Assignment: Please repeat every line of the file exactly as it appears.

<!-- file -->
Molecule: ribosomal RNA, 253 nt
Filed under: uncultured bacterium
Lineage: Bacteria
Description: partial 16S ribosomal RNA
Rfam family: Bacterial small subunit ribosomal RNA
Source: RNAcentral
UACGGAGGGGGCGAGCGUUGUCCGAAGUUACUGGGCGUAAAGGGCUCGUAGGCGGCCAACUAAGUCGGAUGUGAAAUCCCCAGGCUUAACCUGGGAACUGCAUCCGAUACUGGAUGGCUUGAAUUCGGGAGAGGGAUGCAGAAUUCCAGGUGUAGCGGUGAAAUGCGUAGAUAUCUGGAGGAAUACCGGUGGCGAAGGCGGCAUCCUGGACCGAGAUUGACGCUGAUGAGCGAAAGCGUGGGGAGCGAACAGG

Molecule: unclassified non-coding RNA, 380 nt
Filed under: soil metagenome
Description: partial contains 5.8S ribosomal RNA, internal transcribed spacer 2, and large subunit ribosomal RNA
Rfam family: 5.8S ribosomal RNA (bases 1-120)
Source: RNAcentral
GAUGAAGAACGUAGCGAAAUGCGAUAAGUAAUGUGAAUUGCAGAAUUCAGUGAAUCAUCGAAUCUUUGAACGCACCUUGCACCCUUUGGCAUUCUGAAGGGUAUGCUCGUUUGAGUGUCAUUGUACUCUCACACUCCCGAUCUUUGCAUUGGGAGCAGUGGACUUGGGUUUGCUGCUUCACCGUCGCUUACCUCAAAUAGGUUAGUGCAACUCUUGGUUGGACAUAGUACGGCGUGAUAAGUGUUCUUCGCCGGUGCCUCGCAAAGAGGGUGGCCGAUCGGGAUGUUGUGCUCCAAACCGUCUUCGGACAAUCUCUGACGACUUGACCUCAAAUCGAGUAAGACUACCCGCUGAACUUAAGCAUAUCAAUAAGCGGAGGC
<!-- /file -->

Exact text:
Molecule: ribosomal RNA, 253 nt
Filed under: uncultured bacterium
Lineage: Bacteria
Description: partial 16S ribosomal RNA
Rfam family: Bacterial small subunit ribosomal RNA
Source: RNAcentral
UACGGAGGGGGCGAGCGUUGUCCGAAGUUACUGGGCGUAAAGGGCUCGUAGGCGGCCAACUAAGUCGGAUGUGAAAUCCCCAGGCUUAACCUGGGAACUGCAUCCGAUACUGGAUGGCUUGAAUUCGGGAGAGGGAUGCAGAAUUCCAGGUGUAGCGGUGAAAUGCGUAGAUAUCUGGAGGAAUACCGGUGGCGAAGGCGGCAUCCUGGACCGAGAUUGACGCUGAUGAGCGAAAGCGUGGGGAGCGAACAGG

Molecule: unclassified non-coding RNA, 380 nt
Filed under: soil metagenome
Description: partial contains 5.8S ribosomal RNA, internal transcribed spacer 2, and large subunit ribosomal RNA
Rfam family: 5.8S ribosomal RNA (bases 1-120)
Source: RNAcentral
GAUGAAGAACGUAGCGAAAUGCGAUAAGUAAUGUGAAUUGCAGAAUUCAGUGAAUCAUCGAAUCUUUGAACGCACCUUGCACCCUUUGGCAUUCUGAAGGGUAUGCUCGUUUGAGUGUCAUUGUACUCUCACACUCCCGAUCUUUGCAUUGGGAGCAGUGGACUUGGGUUUGCUGCUUCACCGUCGCUUACCUCAAAUAGGUUAGUGCAACUCUUGGUUGGACAUAGUACGGCGUGAUAAGUGUUCUUCGCCGGUGCCUCGCAAAGAGGGUGGCCGAUCGGGAUGUUGUGCUCCAAACCGUCUUCGGACAAUCUCUGACGACUUGACCUCAAAUCGAGUAAGACUACCCGCUGAACUUAAGCAUAUCAAUAAGCGGAGGC